Transporter-mediated flavonoid-drug interactions: In vitro and in vivo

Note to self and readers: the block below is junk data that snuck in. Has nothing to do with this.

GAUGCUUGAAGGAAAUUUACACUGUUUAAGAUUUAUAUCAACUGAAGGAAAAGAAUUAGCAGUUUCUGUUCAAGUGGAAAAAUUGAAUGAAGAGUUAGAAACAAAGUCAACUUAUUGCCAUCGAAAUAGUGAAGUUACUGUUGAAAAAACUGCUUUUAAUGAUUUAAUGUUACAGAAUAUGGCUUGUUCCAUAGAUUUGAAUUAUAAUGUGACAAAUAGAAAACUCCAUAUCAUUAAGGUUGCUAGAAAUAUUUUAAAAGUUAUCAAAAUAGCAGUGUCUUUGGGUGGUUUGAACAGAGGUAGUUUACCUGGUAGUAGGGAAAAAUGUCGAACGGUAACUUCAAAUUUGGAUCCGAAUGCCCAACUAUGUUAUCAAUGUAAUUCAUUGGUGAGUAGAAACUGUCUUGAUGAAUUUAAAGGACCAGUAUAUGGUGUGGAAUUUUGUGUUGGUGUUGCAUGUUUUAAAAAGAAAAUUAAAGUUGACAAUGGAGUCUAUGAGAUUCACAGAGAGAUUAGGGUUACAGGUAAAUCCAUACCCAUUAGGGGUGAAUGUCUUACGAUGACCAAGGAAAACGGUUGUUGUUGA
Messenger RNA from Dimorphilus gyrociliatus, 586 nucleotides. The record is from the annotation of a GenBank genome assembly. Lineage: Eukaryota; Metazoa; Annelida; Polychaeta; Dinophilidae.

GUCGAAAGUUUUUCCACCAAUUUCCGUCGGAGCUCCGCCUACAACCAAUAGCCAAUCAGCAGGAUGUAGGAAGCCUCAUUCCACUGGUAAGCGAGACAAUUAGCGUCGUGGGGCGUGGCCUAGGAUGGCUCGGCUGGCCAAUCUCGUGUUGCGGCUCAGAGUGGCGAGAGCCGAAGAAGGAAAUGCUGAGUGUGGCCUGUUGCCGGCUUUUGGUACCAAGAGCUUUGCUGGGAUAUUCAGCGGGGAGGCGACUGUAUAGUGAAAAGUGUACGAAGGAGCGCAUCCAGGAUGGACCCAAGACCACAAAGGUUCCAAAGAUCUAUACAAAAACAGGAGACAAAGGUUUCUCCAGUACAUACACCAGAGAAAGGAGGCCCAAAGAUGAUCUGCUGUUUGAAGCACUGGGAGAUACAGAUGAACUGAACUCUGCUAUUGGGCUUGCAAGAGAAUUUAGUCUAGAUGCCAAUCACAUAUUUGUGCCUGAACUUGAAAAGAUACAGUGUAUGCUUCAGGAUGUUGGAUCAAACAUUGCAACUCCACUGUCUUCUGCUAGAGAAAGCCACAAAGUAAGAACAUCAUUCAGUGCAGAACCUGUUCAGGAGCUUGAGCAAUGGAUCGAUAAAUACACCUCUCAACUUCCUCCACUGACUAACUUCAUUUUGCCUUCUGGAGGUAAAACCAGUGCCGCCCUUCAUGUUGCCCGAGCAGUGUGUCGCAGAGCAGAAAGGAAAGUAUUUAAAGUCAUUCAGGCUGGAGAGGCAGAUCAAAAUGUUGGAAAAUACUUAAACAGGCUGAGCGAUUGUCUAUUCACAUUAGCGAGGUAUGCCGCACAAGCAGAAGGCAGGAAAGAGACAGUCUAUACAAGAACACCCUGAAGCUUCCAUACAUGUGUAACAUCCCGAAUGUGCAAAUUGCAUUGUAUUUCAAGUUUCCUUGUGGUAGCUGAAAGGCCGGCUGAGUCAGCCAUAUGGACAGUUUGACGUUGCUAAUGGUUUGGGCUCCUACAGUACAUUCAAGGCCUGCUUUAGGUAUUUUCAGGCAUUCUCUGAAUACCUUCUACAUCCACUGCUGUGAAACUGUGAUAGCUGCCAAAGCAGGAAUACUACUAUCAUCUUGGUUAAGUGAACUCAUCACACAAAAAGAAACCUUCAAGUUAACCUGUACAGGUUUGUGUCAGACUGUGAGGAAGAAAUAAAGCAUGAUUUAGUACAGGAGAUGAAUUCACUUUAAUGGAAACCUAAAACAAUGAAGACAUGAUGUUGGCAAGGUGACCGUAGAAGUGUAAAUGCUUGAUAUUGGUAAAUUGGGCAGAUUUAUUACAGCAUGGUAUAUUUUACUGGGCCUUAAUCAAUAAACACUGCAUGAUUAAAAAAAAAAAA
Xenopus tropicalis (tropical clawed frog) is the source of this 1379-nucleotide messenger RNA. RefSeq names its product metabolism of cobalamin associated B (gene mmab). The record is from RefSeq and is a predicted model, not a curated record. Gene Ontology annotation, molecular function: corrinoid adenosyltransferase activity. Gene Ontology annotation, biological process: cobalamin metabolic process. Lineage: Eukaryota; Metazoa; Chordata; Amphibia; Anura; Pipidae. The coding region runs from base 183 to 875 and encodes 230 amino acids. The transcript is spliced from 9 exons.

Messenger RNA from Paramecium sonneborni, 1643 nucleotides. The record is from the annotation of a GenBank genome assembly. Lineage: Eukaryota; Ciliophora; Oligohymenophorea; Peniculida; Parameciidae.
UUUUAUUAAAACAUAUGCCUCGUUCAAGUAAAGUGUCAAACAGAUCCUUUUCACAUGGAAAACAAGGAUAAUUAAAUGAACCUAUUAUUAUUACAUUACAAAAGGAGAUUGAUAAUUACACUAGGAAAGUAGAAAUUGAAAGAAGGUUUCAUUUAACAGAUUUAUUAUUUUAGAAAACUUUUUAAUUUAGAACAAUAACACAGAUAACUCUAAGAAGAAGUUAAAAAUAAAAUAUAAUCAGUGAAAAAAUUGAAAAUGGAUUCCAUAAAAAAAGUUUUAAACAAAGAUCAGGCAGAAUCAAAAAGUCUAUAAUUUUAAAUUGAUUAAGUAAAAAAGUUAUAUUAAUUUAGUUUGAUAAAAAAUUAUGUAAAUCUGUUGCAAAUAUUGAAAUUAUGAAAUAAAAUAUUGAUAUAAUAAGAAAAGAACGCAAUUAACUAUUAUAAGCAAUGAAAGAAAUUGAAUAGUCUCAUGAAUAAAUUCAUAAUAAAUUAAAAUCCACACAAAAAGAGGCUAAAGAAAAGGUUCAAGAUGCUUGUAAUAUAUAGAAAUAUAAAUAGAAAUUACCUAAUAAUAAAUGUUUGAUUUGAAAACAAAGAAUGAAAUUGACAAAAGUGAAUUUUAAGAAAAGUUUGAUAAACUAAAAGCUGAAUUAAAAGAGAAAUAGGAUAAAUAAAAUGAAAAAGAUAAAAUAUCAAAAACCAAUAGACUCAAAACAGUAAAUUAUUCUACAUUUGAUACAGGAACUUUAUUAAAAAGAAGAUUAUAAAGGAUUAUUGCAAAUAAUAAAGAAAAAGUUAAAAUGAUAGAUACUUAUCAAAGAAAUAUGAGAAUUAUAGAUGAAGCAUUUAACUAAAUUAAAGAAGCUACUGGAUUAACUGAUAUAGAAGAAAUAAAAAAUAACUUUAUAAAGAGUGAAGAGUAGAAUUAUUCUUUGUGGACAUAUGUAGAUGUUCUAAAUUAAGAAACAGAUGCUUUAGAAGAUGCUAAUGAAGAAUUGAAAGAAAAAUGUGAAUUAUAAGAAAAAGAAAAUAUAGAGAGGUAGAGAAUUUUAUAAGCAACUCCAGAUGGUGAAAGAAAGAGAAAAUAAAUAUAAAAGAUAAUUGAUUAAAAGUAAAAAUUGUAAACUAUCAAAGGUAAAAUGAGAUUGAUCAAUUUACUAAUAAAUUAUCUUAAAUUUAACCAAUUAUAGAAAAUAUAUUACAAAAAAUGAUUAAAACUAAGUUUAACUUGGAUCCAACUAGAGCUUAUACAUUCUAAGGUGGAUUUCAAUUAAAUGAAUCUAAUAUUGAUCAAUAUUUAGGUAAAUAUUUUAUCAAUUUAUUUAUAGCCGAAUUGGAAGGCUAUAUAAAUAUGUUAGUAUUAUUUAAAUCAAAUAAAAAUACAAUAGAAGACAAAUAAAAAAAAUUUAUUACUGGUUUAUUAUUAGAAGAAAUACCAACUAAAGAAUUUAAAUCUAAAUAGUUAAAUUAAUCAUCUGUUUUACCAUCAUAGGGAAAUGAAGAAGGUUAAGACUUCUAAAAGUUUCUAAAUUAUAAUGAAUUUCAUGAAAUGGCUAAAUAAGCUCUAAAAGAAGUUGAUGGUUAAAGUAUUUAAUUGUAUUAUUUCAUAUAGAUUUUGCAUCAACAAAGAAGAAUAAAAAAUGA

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Flavonoid-drug interactions have been increasingly observed due to the popular use of flavonoid-containing products for disease prevention and health promotion. However, our current understanding of the mechanisms underlying most of these interactions is related predominantly to the modulation of drug metabolizing enzymes. In order to better understand and predict the potential pharmacokinetic interactions of flavonoids with conventional medicines, the interactions of flavonoids with drug transporters important in drug disposition were investigated in this dissertation. The transporters of interest in this dissertation include the uptake transporters, organic anion transporting polypeptide OATP1B1 and monocarboxylate transporter 1 (MCT1), and the efflux transporters, breast cancer resistance protein (BCRP) and P-glycoprotein. Many of the tested flavonoids significantly inhibited the uptake of the OATP1B1 substrate [ 3 H]dehydroepiandrosterone sulfate (DHEAS) in a concentration-dependent manner in HeLa OATP1B1-expressing cells, with biochanin A being one of the most potent inhibitors with an IC 50 of 11.3 ± 3.22 μM. A kinetic study revealed that biochanin A inhibited [ 3 H]DHEAS uptake in a noncompetitive manner with a Ki of 10.2 ± 1.89 μM. This is consistent with our finding that biochanin A is not a substrate for OATP1B1. The flavonoid luteolin has been reported to be a potent MCT1 inhibitor. In chapter 3, we characterized the effects of luteolin on the pharmacokinetics and pharmacodynamics of the MCT1 substrate γ-hydroxybutyrate (GHB) in rats. Luteolin significantly decreased the plasma concentration and AUC, and increased the total and renal clearances of GHB in a dose-dependent manner. Moreover, luteolin significantly shortened the duration of GHB-induced sleep in rats. A pharmacokinetic model that incorporated capacity-limited renal reabsorption and metabolic clearance was constructed to characterize the in vivo interaction and revealed that luteolin significantly altered the pharmacokinetics of GHB by uncompetitively inhibiting its MCT1-mediated transport, with an inhibition constant of 1.1 μM. The flavonoid chrysin has been reported to be a potent inhibitor of BCRP. The pharmacokinetic interaction between chrysin and the BCRP substrate nitrofurantoin in rats was characterized in chapter 4. Oral and intravenous coadministration of chrysin significantly increased the AUC of nitrofurantoin. Moreover, the cumulative hepatobiliary excretion of nitrofurantoin was significantly decreased by approximately 75% following the coadministration of chrysin. The flavonoid 7,8-benzoflavone was more potent than chrysin in inhibiting BCRP-mediated transport, and a 50 mg/kg oral dose significantly increased the AUC of nitrofurantoin. The investigation of the pharmacokinetics of 7,8-benzoflavone following the administration of oral and intravenous doses revealed nonlinear pharmacokinetics, likely due to its capacity-limited metabolism and BCRP-mediated elimination. The studies addressing BCRP inhibition mechanisms indicated that flavonoids, such as biochanin A and kaempferol and/or their metabolites, inhibited BCRP-mediated transport by acting as BCRP substrates. Different from the BCRP-mediated flavonoid-drug interactions, the flavonoid biochanin A inhibited P-glycoprotein-mediated efflux in vitro , but had minimal effects on the pharmacokinetics of P-glycoprotein substrates doxorubicin and cyclosporine A, indicating other transporters or metabolizing enzymes might be important in the in vivo disposition of doxorubicin and cyclosporine A. In summary, this dissertation characterized the flavonoid-drug interactions mediated by the uptake and efflux transporters. This research is of significance due to the widespread use of dietary supplements containing flavonoids, and provides new information on the pharmacokinetics and pharmacodynamics of this important class of dietary compounds.